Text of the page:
On July 3rd, the Manna Center for Food Safety and Security at Tel Aviv University in collaboration with the the Pears Innovation for International Development Program and MASHAV – Israel’s Development Agency, organized a conference on the topic of Leveraging the Private Sector for Agricultural Innovation in Development.
The opening remarks were given by Member of Knesset Professor Avishay Braverman.
Thoroughout the day over 120 people attended the three panels. Click on the tabs above for the schedule of the day, and the biographies of our wonderful speakers.
Each of the three panels addressed different perspectives of this issue, and gave a broad idea of the advantages of working in collaboration with the private sector. It also raised important ethical and practical issues in doing so.
Panel 1: Public Private Partnerships (PPPs) approaches and perspectives for developing, adapting and disseminating technologies: why, how and when not?
This panel discussed the power to “do good” that the private sector has in its hands as well as emphasized the importance of integrating the different actors of development in projects that have common interests and complementary goals. We heard about the strength of putting resources together and leveraging each of the sectors to enable the adaptation of new technologies by smallholder farmers. The adaptation of various technologies is such a complex process that it needs a complex answer; therefore the PPPs can be a good solution. We had the perspectives of a government actor having a specific PPP program, an expert in PPPs working for an international organization, a funding body for private sector initiatives in developing countries and two different private sector companies, one Turkish and one Israeli working with smallholder farmers.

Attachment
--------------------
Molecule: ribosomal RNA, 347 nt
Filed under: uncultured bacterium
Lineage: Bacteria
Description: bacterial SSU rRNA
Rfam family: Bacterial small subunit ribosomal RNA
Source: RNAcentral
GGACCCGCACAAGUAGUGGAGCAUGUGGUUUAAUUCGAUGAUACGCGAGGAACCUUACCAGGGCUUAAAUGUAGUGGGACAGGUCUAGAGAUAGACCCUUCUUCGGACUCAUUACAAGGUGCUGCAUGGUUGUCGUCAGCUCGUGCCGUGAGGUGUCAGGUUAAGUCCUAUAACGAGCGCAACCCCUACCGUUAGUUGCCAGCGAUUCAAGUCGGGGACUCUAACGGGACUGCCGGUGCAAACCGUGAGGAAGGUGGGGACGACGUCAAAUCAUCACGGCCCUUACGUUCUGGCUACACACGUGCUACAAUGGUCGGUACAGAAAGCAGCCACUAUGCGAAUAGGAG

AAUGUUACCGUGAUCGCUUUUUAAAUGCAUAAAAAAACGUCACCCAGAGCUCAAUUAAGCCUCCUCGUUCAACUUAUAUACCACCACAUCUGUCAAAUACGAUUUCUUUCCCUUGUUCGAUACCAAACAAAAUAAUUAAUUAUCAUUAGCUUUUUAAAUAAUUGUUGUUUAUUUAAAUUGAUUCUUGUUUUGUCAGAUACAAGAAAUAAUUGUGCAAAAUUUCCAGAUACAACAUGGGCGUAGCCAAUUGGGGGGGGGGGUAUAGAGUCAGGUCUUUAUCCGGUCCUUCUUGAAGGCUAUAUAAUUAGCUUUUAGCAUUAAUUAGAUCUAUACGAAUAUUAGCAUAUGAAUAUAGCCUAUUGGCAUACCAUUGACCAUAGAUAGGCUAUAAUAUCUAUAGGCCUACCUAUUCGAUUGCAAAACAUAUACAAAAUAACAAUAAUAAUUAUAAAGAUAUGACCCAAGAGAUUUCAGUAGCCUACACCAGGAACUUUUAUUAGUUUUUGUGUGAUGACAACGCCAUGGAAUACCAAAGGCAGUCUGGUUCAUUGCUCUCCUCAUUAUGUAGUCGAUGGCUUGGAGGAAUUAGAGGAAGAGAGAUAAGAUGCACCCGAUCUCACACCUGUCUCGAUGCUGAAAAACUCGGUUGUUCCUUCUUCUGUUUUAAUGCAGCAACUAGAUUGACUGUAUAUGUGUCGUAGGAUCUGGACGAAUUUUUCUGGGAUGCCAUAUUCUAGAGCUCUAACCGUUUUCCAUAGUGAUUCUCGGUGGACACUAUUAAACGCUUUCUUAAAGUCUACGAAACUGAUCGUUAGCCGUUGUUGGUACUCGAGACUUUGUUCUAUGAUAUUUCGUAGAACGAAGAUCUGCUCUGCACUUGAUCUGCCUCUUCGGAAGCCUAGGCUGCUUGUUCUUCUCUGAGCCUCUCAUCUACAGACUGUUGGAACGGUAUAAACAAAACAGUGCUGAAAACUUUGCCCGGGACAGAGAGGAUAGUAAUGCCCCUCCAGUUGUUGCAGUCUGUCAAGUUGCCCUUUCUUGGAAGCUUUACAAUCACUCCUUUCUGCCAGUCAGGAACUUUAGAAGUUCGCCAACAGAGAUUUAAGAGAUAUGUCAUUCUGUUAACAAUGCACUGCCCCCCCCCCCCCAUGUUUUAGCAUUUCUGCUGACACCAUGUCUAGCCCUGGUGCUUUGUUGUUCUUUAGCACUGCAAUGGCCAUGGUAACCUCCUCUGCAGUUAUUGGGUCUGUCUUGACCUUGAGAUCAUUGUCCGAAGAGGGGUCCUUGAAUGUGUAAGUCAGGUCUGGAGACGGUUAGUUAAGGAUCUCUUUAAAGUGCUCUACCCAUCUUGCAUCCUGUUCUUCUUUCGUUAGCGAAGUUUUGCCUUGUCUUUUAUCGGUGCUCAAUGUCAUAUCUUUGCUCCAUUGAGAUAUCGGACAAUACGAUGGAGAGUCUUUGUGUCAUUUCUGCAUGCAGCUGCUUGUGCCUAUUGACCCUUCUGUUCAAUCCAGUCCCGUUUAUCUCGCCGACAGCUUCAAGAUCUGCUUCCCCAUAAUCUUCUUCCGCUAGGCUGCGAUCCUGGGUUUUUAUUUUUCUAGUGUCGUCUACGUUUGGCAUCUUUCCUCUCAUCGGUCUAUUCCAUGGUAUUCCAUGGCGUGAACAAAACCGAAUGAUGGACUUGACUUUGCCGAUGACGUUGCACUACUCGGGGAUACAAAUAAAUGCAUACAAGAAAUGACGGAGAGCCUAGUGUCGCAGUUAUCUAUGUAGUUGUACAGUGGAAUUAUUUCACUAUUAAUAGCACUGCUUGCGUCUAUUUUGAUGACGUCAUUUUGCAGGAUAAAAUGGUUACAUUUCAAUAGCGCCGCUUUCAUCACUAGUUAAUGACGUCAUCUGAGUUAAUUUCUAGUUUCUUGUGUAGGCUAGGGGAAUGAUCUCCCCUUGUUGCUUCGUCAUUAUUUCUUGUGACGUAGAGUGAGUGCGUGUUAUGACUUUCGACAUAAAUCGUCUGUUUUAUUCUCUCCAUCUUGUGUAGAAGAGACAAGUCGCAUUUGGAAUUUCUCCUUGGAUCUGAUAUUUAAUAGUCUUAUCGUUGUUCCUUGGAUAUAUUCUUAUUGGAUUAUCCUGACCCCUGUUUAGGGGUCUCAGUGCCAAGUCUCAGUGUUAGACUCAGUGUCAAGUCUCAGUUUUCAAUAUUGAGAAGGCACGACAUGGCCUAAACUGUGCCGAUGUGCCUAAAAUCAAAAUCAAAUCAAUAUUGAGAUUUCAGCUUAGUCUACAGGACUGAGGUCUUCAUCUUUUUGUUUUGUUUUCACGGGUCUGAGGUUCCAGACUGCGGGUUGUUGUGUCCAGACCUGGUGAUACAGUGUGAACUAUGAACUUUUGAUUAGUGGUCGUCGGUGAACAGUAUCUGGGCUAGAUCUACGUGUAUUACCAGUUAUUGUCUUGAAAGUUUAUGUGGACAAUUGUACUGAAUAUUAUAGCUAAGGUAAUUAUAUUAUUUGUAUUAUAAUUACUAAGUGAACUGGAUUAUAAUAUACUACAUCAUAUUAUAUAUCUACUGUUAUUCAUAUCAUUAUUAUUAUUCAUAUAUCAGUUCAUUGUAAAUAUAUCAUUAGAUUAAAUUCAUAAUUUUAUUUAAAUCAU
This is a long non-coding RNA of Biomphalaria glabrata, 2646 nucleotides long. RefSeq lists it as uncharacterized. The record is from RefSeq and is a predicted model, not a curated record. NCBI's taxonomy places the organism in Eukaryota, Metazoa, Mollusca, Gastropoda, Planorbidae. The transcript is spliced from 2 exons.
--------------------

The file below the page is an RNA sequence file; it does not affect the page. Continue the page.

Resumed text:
Panel 2: Ethical perspectives: How can the interests and needs of smallholder farmers be safeguarded? How should patent and intellectual property issues be dealt with?
This panel engaged in a discussion around how the private sector that deals with genetic engineering can be convinced to get involved with smallholder farmers in Africa to solve the needs that are specific to the continent, while still meeting the needs of the industry, ie profit. The issues of non transgenic seeds, genes that are not appropriate to the needs of the smallholder farmers in Africa were tackled. The panel also discussed the importance of using the patenting of new genes through licensing as a leverage to bring to the smallholder farmers and enhance the creation of new appropriate ones.
Panel 3: Local entrepreneurship and Agribusinesses- What policies to foster local initiatives and entrepreneurship? How can the efforts of NGOs, governments and donors be best harnessed to support local agri-entrepreneurship?
Technoserve and Grameen Foundation presented different models of ways to foster entrepreneurship among smallholder farmers through new technologies and systemic approaches. The projects look at the complexity of the value chain and tackle the problems using a diversity of actors to address this challenge. The aim is to help the smallholder farmers to move from subsistence farming to successful commercial suppliers. We heard about the obstacles of this shift from the viewpoint of various research- based findings.